The fierce fighting in Aleppo could see a wave of 600,000 Syrian refugees fleeing to the border of Turkey, the country's deputy prime minister has warned.
Numan Kurtulmus said: "The worst-case scenario that could happen in this region in the short term would be a new influx of 600,000 refugees at the Turkish frontier."
Tens of thousands of Syrians are currently camped along the border.
Canada has announced it will end airstrikes against so-called Islamic State in Syria and Iraq this month.Read the full story ›
UN war crime investigators said thousands of detainees have been killed over the past four and a half years while held in the civil war.Read the full story ›
German chancellor Angela Merkel has joined Turkey in condemning Russian bombing attacks for forcing thousands of Syrians to rush to the Turkish border.
Around 30,000 people are being held in camps on the Syrian side of the border after fleeing the city of Aleppo to escape bombardment from Russian-backed government forces.
Ms Merkel, who is partly in Ankara to put pressure on Turkey to admit the refugees, said: "We are now, over the last few days, not only appalled but also shocked by the human suffering of tens of thousands of people through bombing attacks, and also bombing attacks originating from the Russian side."
Speaking at the joint news conference, Turkish prime minister Ahmet Davutoglu said Turkey will admit the refugees "when necessary" on a day when his administration sent trucks carrying more tents over the border to reinforce the temporary camps.
ITV New Middle East Editor Lutfi Abu Aun tweeted images of trucks reaching the border gates at Bab al-Salameh.
The Turkish government is continuing to resist pressure from the EU to admit more refugees with between 30-40,000 Syrians held just over its border.
Turkey has been urged to let in tens of thousands of Syrian refugees trapped at its border in freezing conditions after fleeing fighting and bombing in the city of Aleppo.
The German chancellor Angela Merkel is due in Ankara today for talks with the Turkish government on Syria and the refugee crisis.
ITV News Middle East Correspondent Geraint Vincent said he has seen fighting over food supplies and thousands sleeping out in the open in freezing conditions during a visit to the camps on the Syrian side of the Turkish border.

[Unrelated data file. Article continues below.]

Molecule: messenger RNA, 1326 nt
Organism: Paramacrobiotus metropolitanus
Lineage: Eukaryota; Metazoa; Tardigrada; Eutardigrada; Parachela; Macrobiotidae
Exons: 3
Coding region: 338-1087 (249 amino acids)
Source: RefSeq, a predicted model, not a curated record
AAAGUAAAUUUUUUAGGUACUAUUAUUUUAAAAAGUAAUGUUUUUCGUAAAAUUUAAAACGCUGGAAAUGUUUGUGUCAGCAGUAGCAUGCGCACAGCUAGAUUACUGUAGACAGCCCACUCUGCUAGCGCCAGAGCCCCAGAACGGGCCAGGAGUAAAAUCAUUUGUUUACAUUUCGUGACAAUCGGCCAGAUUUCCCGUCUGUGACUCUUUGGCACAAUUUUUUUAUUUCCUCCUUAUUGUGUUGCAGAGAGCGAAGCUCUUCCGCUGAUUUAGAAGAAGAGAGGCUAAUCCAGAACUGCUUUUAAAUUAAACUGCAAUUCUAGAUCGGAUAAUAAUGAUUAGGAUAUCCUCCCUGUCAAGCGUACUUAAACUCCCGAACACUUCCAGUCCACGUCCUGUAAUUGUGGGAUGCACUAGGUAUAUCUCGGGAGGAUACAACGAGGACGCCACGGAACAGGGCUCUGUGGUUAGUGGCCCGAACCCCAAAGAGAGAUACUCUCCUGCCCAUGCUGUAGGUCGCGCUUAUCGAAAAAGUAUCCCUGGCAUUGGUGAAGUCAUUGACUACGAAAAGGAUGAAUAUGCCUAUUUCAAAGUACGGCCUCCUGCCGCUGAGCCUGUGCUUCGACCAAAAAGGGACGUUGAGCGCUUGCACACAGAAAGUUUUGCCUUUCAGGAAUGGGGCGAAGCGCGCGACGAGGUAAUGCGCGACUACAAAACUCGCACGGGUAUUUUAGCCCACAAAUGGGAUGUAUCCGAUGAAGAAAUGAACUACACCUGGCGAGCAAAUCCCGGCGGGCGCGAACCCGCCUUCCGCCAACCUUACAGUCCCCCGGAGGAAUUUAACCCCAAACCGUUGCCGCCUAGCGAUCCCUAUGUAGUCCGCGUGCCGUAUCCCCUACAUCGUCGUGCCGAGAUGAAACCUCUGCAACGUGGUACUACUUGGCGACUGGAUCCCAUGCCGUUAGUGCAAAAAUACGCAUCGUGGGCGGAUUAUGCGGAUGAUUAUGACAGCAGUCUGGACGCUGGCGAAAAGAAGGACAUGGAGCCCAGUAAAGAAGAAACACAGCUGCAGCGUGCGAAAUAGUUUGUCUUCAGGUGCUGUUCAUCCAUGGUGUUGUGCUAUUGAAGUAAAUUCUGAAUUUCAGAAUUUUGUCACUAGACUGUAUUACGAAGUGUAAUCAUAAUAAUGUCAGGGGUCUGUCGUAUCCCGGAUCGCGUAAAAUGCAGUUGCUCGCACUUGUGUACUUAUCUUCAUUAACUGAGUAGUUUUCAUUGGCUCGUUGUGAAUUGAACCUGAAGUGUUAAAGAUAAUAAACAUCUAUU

But despite witnessing what he described as a "desperate situation" he said it is possible to have "some sympathy" for the Turkish government's position.
Turkish deputy premier says 15,000 refugees from Syria have been admitted with a further 30,000 refugees being cared for across the borderRead the full story ›
The mother of Syrian President Bashar al-Assad has died at the age of 86, state media reported.
The former first lady, Anissa Makhlouf al-Assad, died in a hospital in the capital Damascus, the official SANA news agency reported.
The agency did not give a cause of death, but she has reportedly been in bad health for a number of years.
She was born in Latakia in 1930 and Anissa married Hafez al-Assad in 1957 and they had five children.
The EU has urged Turkey to open the border to ten thousands of displaced Syrians fleeing from war.
Federica Mogherini, the EU's representative for foreign affairs, said that Turkey had both a moral and legal duty to help genuine asylum seekers.
She added that support provided for Turkey was intended to ensure that the state could give sanctuary to hoist and care for refugees, in comments after a press conference in the Netherlands on Saturday.
It is unquestionable that people coming from inside Syria are Syrians in need of international protection.
Turkey has said it is caring for some 35,000 refugees massed at its borders, but it has not as yet allowed them to enter.
Today Ms Mogherini said the issue of migrants showed that Europe needed to find “common solutions” or state will find they “don’t find solutions at all.”
Around 35,000 Syrian refugees have arrived at the Turkish border near Kilis in the last 48 hours, a Turkish official has said amid warnings that tens of thousands more people may still be on their way to the frontier between the two countries.
Kilis governor Suleyman Tapsiz said the recent arrivals were being provided with food and blankets while accommodated in camps at the Syrian side of the border, adding that another 70,000 could be expected if Russian airstrikes and advances by the Syrian regime continued.
He told reporters that while the border was not closed, "at the moment there is no need to host such people inside our borders".
Speaking at around the same time, Turkey's foreign minister said the border between his country and Syria was still open, claiming that people needed to flee because Russian airstrikes were hitting "schools, hospitals and civilians".
He added that a further 55,000 people could be expected to arrive at the border in the coming days.